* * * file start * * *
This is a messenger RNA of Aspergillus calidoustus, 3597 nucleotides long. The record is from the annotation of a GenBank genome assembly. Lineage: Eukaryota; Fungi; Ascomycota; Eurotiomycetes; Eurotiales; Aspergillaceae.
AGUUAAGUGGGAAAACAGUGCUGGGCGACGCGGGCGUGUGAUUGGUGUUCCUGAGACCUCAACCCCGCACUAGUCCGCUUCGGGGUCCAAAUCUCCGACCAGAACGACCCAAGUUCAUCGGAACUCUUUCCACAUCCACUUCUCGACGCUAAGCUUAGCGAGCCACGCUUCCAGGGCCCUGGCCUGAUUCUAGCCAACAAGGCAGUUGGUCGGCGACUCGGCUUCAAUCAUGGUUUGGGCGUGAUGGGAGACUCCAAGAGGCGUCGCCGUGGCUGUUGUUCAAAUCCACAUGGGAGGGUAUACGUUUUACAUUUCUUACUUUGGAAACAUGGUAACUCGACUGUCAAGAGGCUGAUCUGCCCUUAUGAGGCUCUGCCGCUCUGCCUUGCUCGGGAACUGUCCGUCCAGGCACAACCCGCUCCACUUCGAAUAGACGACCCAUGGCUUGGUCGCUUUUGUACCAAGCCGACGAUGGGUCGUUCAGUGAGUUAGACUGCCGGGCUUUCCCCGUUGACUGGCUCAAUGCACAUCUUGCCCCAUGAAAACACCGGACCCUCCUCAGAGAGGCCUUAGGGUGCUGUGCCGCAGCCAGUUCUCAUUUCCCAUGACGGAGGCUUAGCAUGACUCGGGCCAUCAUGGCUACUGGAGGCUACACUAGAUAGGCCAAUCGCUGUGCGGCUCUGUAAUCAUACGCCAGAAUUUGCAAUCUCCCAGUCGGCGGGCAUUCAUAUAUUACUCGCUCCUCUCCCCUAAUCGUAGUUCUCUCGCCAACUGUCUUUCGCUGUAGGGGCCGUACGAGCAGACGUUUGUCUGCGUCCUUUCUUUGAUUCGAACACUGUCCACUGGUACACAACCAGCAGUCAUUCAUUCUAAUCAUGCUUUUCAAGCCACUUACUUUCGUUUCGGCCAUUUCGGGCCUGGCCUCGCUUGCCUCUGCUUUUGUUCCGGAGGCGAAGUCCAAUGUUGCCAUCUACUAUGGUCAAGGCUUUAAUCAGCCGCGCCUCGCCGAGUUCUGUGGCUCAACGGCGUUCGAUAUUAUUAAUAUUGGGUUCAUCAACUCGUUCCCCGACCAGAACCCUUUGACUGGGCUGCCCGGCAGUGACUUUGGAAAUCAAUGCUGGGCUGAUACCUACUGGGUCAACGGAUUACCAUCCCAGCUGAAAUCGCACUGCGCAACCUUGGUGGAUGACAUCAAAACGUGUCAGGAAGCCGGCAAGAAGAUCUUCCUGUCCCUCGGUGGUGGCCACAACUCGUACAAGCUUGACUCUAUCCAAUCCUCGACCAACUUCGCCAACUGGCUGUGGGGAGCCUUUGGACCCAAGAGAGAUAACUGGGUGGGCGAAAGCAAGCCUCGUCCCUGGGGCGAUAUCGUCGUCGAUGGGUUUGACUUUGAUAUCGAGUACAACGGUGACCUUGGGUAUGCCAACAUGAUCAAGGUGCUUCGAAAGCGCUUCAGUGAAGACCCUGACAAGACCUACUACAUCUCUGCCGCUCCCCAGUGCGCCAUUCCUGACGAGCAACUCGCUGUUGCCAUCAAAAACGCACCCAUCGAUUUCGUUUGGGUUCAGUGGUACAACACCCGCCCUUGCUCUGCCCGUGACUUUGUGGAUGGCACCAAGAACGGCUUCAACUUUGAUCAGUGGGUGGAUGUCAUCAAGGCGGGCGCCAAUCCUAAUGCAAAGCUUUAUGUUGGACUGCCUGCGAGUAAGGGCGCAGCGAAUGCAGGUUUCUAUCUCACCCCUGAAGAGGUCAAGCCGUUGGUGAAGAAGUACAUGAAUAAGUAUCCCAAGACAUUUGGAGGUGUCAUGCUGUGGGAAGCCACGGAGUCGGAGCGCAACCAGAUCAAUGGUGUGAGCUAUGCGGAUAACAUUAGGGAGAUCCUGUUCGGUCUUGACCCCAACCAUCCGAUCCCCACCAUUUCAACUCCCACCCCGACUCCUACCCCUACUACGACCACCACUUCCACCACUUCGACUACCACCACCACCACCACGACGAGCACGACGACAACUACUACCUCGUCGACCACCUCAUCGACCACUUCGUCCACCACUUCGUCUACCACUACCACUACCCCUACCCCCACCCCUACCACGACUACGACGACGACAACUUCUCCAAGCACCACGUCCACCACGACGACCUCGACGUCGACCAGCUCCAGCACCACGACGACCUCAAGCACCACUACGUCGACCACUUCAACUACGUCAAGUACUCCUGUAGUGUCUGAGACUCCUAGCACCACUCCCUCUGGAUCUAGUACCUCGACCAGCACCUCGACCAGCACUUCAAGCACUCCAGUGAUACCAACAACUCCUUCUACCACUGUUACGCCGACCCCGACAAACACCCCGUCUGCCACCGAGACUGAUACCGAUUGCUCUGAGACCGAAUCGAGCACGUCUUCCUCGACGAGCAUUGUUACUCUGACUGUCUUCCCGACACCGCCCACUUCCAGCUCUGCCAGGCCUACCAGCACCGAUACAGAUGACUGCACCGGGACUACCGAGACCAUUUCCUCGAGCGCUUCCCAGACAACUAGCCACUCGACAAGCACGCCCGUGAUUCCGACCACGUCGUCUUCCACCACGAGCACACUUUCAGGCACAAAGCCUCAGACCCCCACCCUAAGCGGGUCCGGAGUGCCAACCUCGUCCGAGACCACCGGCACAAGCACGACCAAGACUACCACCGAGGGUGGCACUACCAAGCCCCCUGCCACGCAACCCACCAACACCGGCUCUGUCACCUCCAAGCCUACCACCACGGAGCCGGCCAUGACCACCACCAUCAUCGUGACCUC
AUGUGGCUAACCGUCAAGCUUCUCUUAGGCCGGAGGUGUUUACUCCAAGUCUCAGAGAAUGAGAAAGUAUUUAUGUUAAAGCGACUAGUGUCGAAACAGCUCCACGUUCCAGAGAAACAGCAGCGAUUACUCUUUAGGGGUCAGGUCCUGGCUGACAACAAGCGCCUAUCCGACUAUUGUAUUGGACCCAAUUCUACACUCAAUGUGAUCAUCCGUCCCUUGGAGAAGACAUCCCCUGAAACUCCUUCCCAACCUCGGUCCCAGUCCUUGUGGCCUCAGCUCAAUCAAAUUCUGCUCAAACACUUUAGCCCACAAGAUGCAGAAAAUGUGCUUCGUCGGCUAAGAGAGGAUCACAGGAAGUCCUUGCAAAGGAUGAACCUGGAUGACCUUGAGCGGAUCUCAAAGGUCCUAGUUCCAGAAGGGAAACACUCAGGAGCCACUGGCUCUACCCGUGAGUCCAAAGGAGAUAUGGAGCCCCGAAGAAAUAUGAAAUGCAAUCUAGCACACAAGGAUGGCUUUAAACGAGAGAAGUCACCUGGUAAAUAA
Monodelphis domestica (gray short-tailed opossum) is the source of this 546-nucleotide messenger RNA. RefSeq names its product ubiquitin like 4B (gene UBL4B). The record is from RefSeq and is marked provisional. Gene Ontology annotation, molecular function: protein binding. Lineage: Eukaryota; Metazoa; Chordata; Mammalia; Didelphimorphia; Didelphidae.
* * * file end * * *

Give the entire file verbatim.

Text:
This is a messenger RNA of Aspergillus calidoustus, 3597 nucleotides long. The record is from the annotation of a GenBank genome assembly. Lineage: Eukaryota; Fungi; Ascomycota; Eurotiomycetes; Eurotiales; Aspergillaceae.
AGUUAAGUGGGAAAACAGUGCUGGGCGACGCGGGCGUGUGAUUGGUGUUCCUGAGACCUCAACCCCGCACUAGUCCGCUUCGGGGUCCAAAUCUCCGACCAGAACGACCCAAGUUCAUCGGAACUCUUUCCACAUCCACUUCUCGACGCUAAGCUUAGCGAGCCACGCUUCCAGGGCCCUGGCCUGAUUCUAGCCAACAAGGCAGUUGGUCGGCGACUCGGCUUCAAUCAUGGUUUGGGCGUGAUGGGAGACUCCAAGAGGCGUCGCCGUGGCUGUUGUUCAAAUCCACAUGGGAGGGUAUACGUUUUACAUUUCUUACUUUGGAAACAUGGUAACUCGACUGUCAAGAGGCUGAUCUGCCCUUAUGAGGCUCUGCCGCUCUGCCUUGCUCGGGAACUGUCCGUCCAGGCACAACCCGCUCCACUUCGAAUAGACGACCCAUGGCUUGGUCGCUUUUGUACCAAGCCGACGAUGGGUCGUUCAGUGAGUUAGACUGCCGGGCUUUCCCCGUUGACUGGCUCAAUGCACAUCUUGCCCCAUGAAAACACCGGACCCUCCUCAGAGAGGCCUUAGGGUGCUGUGCCGCAGCCAGUUCUCAUUUCCCAUGACGGAGGCUUAGCAUGACUCGGGCCAUCAUGGCUACUGGAGGCUACACUAGAUAGGCCAAUCGCUGUGCGGCUCUGUAAUCAUACGCCAGAAUUUGCAAUCUCCCAGUCGGCGGGCAUUCAUAUAUUACUCGCUCCUCUCCCCUAAUCGUAGUUCUCUCGCCAACUGUCUUUCGCUGUAGGGGCCGUACGAGCAGACGUUUGUCUGCGUCCUUUCUUUGAUUCGAACACUGUCCACUGGUACACAACCAGCAGUCAUUCAUUCUAAUCAUGCUUUUCAAGCCACUUACUUUCGUUUCGGCCAUUUCGGGCCUGGCCUCGCUUGCCUCUGCUUUUGUUCCGGAGGCGAAGUCCAAUGUUGCCAUCUACUAUGGUCAAGGCUUUAAUCAGCCGCGCCUCGCCGAGUUCUGUGGCUCAACGGCGUUCGAUAUUAUUAAUAUUGGGUUCAUCAACUCGUUCCCCGACCAGAACCCUUUGACUGGGCUGCCCGGCAGUGACUUUGGAAAUCAAUGCUGGGCUGAUACCUACUGGGUCAACGGAUUACCAUCCCAGCUGAAAUCGCACUGCGCAACCUUGGUGGAUGACAUCAAAACGUGUCAGGAAGCCGGCAAGAAGAUCUUCCUGUCCCUCGGUGGUGGCCACAACUCGUACAAGCUUGACUCUAUCCAAUCCUCGACCAACUUCGCCAACUGGCUGUGGGGAGCCUUUGGACCCAAGAGAGAUAACUGGGUGGGCGAAAGCAAGCCUCGUCCCUGGGGCGAUAUCGUCGUCGAUGGGUUUGACUUUGAUAUCGAGUACAACGGUGACCUUGGGUAUGCCAACAUGAUCAAGGUGCUUCGAAAGCGCUUCAGUGAAGACCCUGACAAGACCUACUACAUCUCUGCCGCUCCCCAGUGCGCCAUUCCUGACGAGCAACUCGCUGUUGCCAUCAAAAACGCACCCAUCGAUUUCGUUUGGGUUCAGUGGUACAACACCCGCCCUUGCUCUGCCCGUGACUUUGUGGAUGGCACCAAGAACGGCUUCAACUUUGAUCAGUGGGUGGAUGUCAUCAAGGCGGGCGCCAAUCCUAAUGCAAAGCUUUAUGUUGGACUGCCUGCGAGUAAGGGCGCAGCGAAUGCAGGUUUCUAUCUCACCCCUGAAGAGGUCAAGCCGUUGGUGAAGAAGUACAUGAAUAAGUAUCCCAAGACAUUUGGAGGUGUCAUGCUGUGGGAAGCCACGGAGUCGGAGCGCAACCAGAUCAAUGGUGUGAGCUAUGCGGAUAACAUUAGGGAGAUCCUGUUCGGUCUUGACCCCAACCAUCCGAUCCCCACCAUUUCAACUCCCACCCCGACUCCUACCCCUACUACGACCACCACUUCCACCACUUCGACUACCACCACCACCACCACGACGAGCACGACGACAACUACUACCUCGUCGACCACCUCAUCGACCACUUCGUCCACCACUUCGUCUACCACUACCACUACCCCUACCCCCACCCCUACCACGACUACGACGACGACAACUUCUCCAAGCACCACGUCCACCACGACGACCUCGACGUCGACCAGCUCCAGCACCACGACGACCUCAAGCACCACUACGUCGACCACUUCAACUACGUCAAGUACUCCUGUAGUGUCUGAGACUCCUAGCACCACUCCCUCUGGAUCUAGUACCUCGACCAGCACCUCGACCAGCACUUCAAGCACUCCAGUGAUACCAACAACUCCUUCUACCACUGUUACGCCGACCCCGACAAACACCCCGUCUGCCACCGAGACUGAUACCGAUUGCUCUGAGACCGAAUCGAGCACGUCUUCCUCGACGAGCAUUGUUACUCUGACUGUCUUCCCGACACCGCCCACUUCCAGCUCUGCCAGGCCUACCAGCACCGAUACAGAUGACUGCACCGGGACUACCGAGACCAUUUCCUCGAGCGCUUCCCAGACAACUAGCCACUCGACAAGCACGCCCGUGAUUCCGACCACGUCGUCUUCCACCACGAGCACACUUUCAGGCACAAAGCCUCAGACCCCCACCCUAAGCGGGUCCGGAGUGCCAACCUCGUCCGAGACCACCGGCACAAGCACGACCAAGACUACCACCGAGGGUGGCACUACCAAGCCCCCUGCCACGCAACCCACCAACACCGGCUCUGUCACCUCCAAGCCUACCACCACGGAGCCGGCCAUGACCACCACCAUCAUCGUGACCUC
AUGUGGCUAACCGUCAAGCUUCUCUUAGGCCGGAGGUGUUUACUCCAAGUCUCAGAGAAUGAGAAAGUAUUUAUGUUAAAGCGACUAGUGUCGAAACAGCUCCACGUUCCAGAGAAACAGCAGCGAUUACUCUUUAGGGGUCAGGUCCUGGCUGACAACAAGCGCCUAUCCGACUAUUGUAUUGGACCCAAUUCUACACUCAAUGUGAUCAUCCGUCCCUUGGAGAAGACAUCCCCUGAAACUCCUUCCCAACCUCGGUCCCAGUCCUUGUGGCCUCAGCUCAAUCAAAUUCUGCUCAAACACUUUAGCCCACAAGAUGCAGAAAAUGUGCUUCGUCGGCUAAGAGAGGAUCACAGGAAGUCCUUGCAAAGGAUGAACCUGGAUGACCUUGAGCGGAUCUCAAAGGUCCUAGUUCCAGAAGGGAAACACUCAGGAGCCACUGGCUCUACCCGUGAGUCCAAAGGAGAUAUGGAGCCCCGAAGAAAUAUGAAAUGCAAUCUAGCACACAAGGAUGGCUUUAAACGAGAGAAGUCACCUGGUAAAUAA
Monodelphis domestica (gray short-tailed opossum) is the source of this 546-nucleotide messenger RNA. RefSeq names its product ubiquitin like 4B (gene UBL4B). The record is from RefSeq and is marked provisional. Gene Ontology annotation, molecular function: protein binding. Lineage: Eukaryota; Metazoa; Chordata; Mammalia; Didelphimorphia; Didelphidae.